Evidence of other injuries, such as bruises, rib fractures, long-bone fractures, and abdominal injuries, should be meticulously searched for and documented. Any external injuries should be documented with forensic photographs labeled with the patient's name and the date. Repeated physical examinations may reveal additional signs of trauma. In 75% to 90% of cases, unilateral or bilateral retinal hemorrhages are present but may be missed unless the child is examined by a pediatric ophthalmologist, pediatric neurologist, pediatric neurosurgeon, or other experienced physician who is familiar with such hemorrhages, has the proper equipment, and dilates the child's pupils.4,,5,21 The number, character, location, and size of retinal hemorrhages after a shaking injury vary from case to case. More severe retinal hemorrhages are associated with more dire brain injury.22 Retinal and vitreous hemorrhages and nonhemorrhagic changes, including retinal folds and traumatic retinoschisis, are characteristic of shaken baby syndrome.21,,23,24
At times, the clinical signs suggest meningitis, and a spinal tap yields bloody cerebrospinal fluid.4 Centrifuged spinal fluid that is xanthochromic should raise the suspicion of cerebral trauma that is at least several hours old and not the result of a traumatic spinal tap. Because of confusing respiratory symptoms, chest roentgenograms may be obtained and may appear normal or show unexplained rib fractures. The shaken infant is often mildly to moderately anemic.25 Clotting dysfunction from cerebral trauma should be assessed initially and followed up. Mild to moderate changes in coagulation studies are common with brain trauma and occasionally severe (eg, disseminated intravascular coagulation).26 High amylase levels may signify pancreatic damage, and elevated transaminase levels may indicate occult liver injury.27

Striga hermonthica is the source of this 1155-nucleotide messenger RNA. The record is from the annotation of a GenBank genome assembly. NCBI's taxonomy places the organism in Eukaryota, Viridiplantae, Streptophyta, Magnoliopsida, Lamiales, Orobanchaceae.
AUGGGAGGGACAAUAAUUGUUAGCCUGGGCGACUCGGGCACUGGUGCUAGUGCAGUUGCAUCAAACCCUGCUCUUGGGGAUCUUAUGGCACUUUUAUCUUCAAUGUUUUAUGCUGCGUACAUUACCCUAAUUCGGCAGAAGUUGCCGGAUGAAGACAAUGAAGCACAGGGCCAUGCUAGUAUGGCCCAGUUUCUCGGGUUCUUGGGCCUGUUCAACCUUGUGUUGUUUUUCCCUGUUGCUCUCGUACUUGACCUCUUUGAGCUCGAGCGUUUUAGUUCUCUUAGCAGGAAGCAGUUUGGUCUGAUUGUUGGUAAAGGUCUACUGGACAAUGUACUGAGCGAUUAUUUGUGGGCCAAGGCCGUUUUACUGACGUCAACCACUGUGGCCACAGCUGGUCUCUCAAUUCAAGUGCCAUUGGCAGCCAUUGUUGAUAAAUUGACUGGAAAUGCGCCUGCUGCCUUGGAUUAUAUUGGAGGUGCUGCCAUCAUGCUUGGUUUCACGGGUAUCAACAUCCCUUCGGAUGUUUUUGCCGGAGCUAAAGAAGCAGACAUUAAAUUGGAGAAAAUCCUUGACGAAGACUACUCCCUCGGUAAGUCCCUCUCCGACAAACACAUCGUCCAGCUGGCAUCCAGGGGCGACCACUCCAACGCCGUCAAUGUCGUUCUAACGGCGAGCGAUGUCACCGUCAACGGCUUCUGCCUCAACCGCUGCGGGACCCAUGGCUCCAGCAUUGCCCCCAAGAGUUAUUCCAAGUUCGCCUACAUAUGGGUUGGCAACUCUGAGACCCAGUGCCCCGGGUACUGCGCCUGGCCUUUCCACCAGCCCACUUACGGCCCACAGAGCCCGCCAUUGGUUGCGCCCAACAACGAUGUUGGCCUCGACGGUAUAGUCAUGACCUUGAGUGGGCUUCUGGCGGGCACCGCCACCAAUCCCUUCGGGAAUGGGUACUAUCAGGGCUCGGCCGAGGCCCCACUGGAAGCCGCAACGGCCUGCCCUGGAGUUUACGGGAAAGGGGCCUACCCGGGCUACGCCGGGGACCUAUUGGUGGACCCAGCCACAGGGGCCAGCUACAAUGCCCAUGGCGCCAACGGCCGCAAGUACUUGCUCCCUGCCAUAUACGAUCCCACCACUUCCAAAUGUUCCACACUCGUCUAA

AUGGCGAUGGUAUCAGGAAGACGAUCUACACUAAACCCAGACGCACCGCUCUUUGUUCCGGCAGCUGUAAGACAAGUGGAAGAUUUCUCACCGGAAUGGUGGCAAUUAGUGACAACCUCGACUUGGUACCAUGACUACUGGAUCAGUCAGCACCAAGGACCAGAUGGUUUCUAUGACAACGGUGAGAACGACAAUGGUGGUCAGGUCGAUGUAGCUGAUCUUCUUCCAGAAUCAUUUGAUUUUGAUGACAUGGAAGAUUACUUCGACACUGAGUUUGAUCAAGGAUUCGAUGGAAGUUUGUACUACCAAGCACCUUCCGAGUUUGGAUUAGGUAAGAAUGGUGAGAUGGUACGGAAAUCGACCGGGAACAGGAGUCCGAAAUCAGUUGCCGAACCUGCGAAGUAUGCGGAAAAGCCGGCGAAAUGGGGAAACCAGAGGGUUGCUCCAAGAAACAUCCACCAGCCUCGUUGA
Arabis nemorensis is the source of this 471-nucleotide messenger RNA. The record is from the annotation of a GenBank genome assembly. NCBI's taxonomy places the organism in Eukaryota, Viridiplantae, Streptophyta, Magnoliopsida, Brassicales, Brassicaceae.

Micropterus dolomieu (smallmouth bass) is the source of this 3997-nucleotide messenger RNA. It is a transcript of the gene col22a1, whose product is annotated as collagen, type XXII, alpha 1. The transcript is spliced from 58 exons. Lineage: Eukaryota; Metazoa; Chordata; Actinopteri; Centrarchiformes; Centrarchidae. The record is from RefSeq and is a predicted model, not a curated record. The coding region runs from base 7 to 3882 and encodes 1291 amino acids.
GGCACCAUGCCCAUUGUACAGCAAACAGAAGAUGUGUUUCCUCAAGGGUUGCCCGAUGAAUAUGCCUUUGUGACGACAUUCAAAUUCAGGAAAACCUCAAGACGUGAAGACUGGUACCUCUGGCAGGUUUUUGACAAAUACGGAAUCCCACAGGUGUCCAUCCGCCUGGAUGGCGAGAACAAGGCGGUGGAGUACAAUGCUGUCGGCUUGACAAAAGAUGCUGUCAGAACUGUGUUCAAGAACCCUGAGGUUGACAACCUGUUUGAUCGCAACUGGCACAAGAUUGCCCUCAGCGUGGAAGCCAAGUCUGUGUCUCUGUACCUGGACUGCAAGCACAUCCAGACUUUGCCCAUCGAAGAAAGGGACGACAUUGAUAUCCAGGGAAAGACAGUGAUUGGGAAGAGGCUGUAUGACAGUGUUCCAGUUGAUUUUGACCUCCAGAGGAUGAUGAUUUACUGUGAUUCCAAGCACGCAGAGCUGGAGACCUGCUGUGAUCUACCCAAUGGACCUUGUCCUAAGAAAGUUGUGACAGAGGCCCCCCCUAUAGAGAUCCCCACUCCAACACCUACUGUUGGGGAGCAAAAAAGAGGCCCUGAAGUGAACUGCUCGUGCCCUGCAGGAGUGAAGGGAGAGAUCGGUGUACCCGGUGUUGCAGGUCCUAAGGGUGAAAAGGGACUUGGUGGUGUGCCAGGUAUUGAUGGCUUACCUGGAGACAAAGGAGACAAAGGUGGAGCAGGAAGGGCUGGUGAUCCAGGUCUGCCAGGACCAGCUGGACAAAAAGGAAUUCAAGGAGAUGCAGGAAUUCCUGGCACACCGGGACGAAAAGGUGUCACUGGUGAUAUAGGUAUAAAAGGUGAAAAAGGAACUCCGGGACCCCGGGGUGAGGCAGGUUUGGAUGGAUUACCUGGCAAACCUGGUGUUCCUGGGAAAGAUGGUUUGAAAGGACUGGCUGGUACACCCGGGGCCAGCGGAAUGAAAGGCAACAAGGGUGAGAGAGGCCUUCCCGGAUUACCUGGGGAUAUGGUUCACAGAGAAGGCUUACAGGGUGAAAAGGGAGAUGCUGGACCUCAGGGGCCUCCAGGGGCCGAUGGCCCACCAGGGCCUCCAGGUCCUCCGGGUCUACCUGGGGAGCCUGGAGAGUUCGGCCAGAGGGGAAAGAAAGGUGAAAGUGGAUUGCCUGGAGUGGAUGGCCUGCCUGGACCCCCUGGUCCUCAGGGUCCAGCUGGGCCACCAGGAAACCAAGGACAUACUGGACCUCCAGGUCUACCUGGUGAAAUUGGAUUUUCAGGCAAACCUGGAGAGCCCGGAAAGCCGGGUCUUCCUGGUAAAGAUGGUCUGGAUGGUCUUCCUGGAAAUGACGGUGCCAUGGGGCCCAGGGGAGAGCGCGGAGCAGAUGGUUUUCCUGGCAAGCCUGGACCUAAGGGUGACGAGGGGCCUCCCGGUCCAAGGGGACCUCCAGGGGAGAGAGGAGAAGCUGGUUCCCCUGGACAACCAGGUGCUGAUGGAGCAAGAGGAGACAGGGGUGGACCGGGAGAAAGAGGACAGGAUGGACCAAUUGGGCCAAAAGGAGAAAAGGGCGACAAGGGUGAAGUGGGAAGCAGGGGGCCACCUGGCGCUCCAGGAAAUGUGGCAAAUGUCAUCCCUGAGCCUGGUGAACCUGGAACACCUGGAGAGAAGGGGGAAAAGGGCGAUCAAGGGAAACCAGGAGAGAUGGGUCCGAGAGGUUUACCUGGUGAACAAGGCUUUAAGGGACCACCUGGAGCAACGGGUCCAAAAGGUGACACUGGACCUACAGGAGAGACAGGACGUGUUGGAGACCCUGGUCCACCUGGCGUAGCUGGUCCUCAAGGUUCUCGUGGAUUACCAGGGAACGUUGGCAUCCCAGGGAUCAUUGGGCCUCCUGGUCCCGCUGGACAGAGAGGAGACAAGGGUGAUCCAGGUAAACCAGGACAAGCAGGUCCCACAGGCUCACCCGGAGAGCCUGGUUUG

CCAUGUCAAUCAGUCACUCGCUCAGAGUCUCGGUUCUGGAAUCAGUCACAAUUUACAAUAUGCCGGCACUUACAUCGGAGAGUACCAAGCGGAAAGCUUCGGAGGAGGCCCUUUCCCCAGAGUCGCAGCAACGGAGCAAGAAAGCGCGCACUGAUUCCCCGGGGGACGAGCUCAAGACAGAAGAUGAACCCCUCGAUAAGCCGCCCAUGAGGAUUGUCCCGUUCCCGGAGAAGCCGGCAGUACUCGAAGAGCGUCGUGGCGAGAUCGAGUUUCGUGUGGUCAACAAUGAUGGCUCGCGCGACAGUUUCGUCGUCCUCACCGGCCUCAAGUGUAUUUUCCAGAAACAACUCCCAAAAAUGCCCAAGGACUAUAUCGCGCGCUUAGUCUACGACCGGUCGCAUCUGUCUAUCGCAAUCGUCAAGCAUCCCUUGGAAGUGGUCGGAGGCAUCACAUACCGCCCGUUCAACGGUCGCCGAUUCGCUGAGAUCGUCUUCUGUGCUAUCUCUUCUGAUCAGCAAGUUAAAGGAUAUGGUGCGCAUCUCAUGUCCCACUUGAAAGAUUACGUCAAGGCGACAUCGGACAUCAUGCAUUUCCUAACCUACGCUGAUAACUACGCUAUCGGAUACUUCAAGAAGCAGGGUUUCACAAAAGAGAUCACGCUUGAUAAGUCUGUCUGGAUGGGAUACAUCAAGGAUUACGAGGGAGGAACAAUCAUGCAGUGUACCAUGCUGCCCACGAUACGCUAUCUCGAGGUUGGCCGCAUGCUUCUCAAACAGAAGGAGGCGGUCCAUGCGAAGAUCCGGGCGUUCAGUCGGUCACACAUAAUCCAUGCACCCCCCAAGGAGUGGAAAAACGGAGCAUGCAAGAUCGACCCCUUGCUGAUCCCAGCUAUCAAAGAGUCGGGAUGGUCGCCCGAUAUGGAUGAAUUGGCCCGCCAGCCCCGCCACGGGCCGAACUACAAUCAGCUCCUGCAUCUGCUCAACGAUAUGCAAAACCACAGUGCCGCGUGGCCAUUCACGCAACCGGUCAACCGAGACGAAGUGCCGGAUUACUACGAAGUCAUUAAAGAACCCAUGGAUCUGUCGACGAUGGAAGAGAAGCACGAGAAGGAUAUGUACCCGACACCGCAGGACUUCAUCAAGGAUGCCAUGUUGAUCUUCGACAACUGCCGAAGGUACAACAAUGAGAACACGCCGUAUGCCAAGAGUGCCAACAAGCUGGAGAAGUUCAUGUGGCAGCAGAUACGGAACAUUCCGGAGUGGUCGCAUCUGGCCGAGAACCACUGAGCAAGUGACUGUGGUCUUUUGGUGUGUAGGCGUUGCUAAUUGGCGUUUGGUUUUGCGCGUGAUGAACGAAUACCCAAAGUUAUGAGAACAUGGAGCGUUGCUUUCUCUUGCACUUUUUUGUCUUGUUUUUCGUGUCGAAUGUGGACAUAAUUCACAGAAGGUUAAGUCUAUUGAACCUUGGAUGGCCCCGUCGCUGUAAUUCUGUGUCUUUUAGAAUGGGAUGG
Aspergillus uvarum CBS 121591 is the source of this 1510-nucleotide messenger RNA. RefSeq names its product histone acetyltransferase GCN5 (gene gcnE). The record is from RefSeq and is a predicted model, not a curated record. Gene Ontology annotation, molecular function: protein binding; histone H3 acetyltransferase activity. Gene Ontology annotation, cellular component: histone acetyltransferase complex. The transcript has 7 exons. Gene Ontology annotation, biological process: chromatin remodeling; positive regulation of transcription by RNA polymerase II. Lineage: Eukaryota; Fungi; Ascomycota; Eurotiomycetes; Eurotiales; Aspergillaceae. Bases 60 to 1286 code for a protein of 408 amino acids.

CT has the first-line role in the imaging evaluation of a brain-injured child, adequately demonstrating injuries that need urgent intervention. CT often fails to reveal some aspects of the injury, and some false-negative results occur, particularly early in the evolution of cerebral edema.28 The initial CT evaluation should be performed without intravenous contrast and should be assessed using bone and soft-tissue windows. CT is generally the method of choice for demonstrating subarachnoid hemorrhage, mass effect, and large extra-axial hemorrhages.28 CT should be repeated after a time interval or if the neurologic picture changes rapidly.29
MRI is of great value as an adjunct to CT in the evaluation of brain injuries in infants.30 Because of the lack of universal availability of the technology, physical limitations of access to MRI when life support is required for critically ill infants or children, and relative insensitivity to subarachnoid blood and fractures, MRI is considered complementary to CT and should be obtained 2 to 3 days later if possible. Sato et al28 have demonstrated a 50% greater rate of detection of subdural hematomae using MRI, compared with CT. The ability to detect and define intraparenchymal lesions of the brain is substantially improved by use of MRI, yet in the study by Sato et al,28 CT did not miss any surgically treatable injuries. MRI and CT can assist in determining when injuries occurred and substantiating repeated injuries by documenting changes in the chemical states of hemoglobin in affected areas.28
A skeletal survey of the hands, feet, long bones, skull, spine, and ribs should be obtained as soon as the infant's medical condition permits. Skull films complement CT bone windows in detection of skull fractures. In a retrospective series of abused children, skull films were more sensitive and improved the confidence of diagnosis of skull fracture, compared with CT.31 Skull fractures that are multiple, bilateral, diastatic, or that cross suture lines are more likely to be nonaccidental.31 Single or multiple fractures of the midshaft or metaphysis of long bones or rib fractures may be associated findings. Specialized views may be needed to delineate subtle fractures.30 In selected patients, a skeletal survey should be repeated after 2 weeks to better delineate new fractures that may not be apparent until they begin to heal (a process that does not become radiologically apparent for 7–10 days).30